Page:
Monday Links from the Bench vol. CDLXIV Monday Links from the Bench vol. CDLXIV
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    Default Monday Links from the Bench vol. CDLXIV

    Not strictly from the bench, as I ought to be working on the forum templates rather than wasting everybody's time with stuff like this

    • The Women Code Breakers Who Unmasked Soviet Spies - Venona was the US project to break Soviet spy communications, and most of the cryptanalysts were women: ”This article is based on exclusive interviews with [Angeline] Nanni, the last living member of the original team of Venona women; relatives of code breakers who are no longer alive; and NSA and CIA publications that detail how the project unfolded. It marks the first time that any of the female Venona code breakers has given an interview to a reporter.

    • Under poaching pressure, elephants are evolving to lose their tusks - Darwin in action: ”Hunting gave elephants that didn’t grow tusks a biological advantage in Gorongosa. Recent figures suggest that about a third of younger females—the generation born after the war ended in 1992—never developed tusks. Normally, tusklessness would occur only in about 2 to 4 percent of female African elephants.”

    • Recently Declassified Photos Show the Birth of the Soviet Space Program - ”Kapustin Yar (known today as Znamensk) is one of the Soviet Union’s first rocket launch and missile development sites. The test ground was established on May 13, 1946, and to mark its 70th anniversary Russia’s Defense Ministry has declassified revealing photographs of the site that offer a peak inside the top secret military complex.” If you know Russian, you can find the full gallery at Полигон Капустин Яр.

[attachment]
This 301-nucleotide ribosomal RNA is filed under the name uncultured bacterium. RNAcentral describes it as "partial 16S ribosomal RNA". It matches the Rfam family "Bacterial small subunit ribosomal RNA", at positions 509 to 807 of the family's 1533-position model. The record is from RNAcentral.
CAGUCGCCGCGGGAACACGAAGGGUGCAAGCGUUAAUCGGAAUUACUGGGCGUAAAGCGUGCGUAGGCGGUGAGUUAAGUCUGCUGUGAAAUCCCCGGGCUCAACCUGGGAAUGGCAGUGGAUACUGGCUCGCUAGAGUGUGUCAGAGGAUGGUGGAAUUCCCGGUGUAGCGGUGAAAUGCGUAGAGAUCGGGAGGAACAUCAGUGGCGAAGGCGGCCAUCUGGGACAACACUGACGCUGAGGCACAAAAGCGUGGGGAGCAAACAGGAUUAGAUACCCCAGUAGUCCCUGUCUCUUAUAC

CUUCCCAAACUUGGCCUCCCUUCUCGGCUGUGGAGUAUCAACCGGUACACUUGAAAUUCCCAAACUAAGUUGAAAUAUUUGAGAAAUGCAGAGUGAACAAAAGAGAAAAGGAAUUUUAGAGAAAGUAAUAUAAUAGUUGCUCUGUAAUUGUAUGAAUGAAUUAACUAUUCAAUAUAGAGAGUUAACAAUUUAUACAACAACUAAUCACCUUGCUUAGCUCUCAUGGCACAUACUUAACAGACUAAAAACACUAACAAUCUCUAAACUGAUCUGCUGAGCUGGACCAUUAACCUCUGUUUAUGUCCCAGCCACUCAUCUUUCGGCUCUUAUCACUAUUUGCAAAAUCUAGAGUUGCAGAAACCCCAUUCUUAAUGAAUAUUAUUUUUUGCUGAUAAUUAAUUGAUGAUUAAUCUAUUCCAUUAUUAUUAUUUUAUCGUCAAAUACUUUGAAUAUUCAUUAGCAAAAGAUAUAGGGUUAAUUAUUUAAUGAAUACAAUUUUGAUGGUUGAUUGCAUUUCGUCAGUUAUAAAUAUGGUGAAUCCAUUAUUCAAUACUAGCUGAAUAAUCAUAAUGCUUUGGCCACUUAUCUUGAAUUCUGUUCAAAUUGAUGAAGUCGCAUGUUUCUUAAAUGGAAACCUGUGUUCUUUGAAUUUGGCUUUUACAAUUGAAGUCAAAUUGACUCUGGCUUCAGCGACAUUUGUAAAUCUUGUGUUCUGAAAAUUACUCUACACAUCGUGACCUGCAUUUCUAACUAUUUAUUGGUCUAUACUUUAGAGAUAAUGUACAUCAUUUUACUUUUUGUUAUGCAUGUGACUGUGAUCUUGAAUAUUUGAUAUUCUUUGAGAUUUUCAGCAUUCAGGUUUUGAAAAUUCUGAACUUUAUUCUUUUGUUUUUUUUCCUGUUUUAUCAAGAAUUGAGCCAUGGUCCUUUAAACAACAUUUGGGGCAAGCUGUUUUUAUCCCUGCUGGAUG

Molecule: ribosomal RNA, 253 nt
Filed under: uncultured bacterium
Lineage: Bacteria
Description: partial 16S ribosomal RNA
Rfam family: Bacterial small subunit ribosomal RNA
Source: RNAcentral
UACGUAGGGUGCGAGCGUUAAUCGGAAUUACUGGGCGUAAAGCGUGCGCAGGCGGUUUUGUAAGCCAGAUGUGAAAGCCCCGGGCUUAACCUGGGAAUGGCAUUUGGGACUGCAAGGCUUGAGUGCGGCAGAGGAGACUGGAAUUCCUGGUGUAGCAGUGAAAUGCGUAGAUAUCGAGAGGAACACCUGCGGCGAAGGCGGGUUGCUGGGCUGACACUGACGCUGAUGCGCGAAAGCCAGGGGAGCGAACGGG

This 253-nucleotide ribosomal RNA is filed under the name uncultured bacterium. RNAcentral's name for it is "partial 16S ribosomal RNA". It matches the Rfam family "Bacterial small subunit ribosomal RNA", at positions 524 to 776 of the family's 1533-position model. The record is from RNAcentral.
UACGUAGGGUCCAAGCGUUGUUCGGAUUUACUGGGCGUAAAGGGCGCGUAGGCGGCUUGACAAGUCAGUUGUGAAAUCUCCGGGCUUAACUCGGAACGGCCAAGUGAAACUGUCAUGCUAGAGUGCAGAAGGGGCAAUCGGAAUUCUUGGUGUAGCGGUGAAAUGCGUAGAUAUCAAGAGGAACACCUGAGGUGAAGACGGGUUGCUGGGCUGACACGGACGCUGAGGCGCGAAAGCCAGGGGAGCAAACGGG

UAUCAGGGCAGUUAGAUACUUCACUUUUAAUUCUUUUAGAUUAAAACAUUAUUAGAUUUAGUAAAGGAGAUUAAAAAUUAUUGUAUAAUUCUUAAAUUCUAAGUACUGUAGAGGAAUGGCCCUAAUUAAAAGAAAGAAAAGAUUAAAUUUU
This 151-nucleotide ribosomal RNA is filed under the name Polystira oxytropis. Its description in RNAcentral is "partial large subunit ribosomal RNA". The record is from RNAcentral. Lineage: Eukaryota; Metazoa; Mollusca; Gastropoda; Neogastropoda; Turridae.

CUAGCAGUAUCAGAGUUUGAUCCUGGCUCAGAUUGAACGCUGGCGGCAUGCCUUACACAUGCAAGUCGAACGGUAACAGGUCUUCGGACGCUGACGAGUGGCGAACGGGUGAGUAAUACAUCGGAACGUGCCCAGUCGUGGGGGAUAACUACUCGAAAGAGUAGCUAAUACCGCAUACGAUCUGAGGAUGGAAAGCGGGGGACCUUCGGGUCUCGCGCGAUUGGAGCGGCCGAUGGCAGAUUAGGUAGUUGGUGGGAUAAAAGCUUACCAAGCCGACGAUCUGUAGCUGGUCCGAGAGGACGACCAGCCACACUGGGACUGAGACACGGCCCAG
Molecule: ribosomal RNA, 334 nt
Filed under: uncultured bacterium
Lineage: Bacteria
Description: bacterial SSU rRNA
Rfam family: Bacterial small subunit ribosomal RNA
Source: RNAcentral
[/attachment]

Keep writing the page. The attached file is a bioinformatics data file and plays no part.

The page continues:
• I Found the Best Burger Place in America. And Then I Killed It. - A cautionary tale from Kevin Alexander, who declared Stanich's of Portland's cheeseburger to be the best in the USA: ”We filmed a short video to announce my pick. On camera, Stanich cried as he talked about how proud his parents would be… Five months later, in a story in The Oregonian, restaurant critic Michael Russell detailed how Stanich’s had been forced to shut down. In the article, Steve Stanich called my burger award a curse, ‘the worst thing that’s ever happened to us.’”

    • The Watcher - ”A family bought their dream house. But according to the creepy letters they started to get, they weren’t the only ones interested in it.” Weird story from Westfield, NJ.

    • Eastern Bloc Songs: 7″ Gallery - A gallery of singles sleeves from the Communist Bloc. It's unclear whether the band name “Beatings” is intended ironically


    • My Father's SOS—From the Middle of the Sea - ”Richard Carr, a retired psychologist who had long dreamed of sailing around the world, was in the middle of the Pacific when he started sending frantic messages that said pirates were boarding his boat. Two thousand miles away in Los Angeles, his family woke up to a nightmare: he might be dying alone, and there was almost nothing they could do about it.”

    • The Stretcher Railing Society - Been a while since we had one of these societies of recondite interest: this one aims to protect and conserve post-WWII railings made from stretchers. ”The housing estates of South London have a hidden secret - many feature beautiful railings up-cycled from former ARP Stretchers used in the Second World War… When the war ended there was a large surplus of stretchers and many of London's housing estates had had their original railings removed to serve the war effort. The LCC set about replacing them through clever re-use of the ARP stretchers.”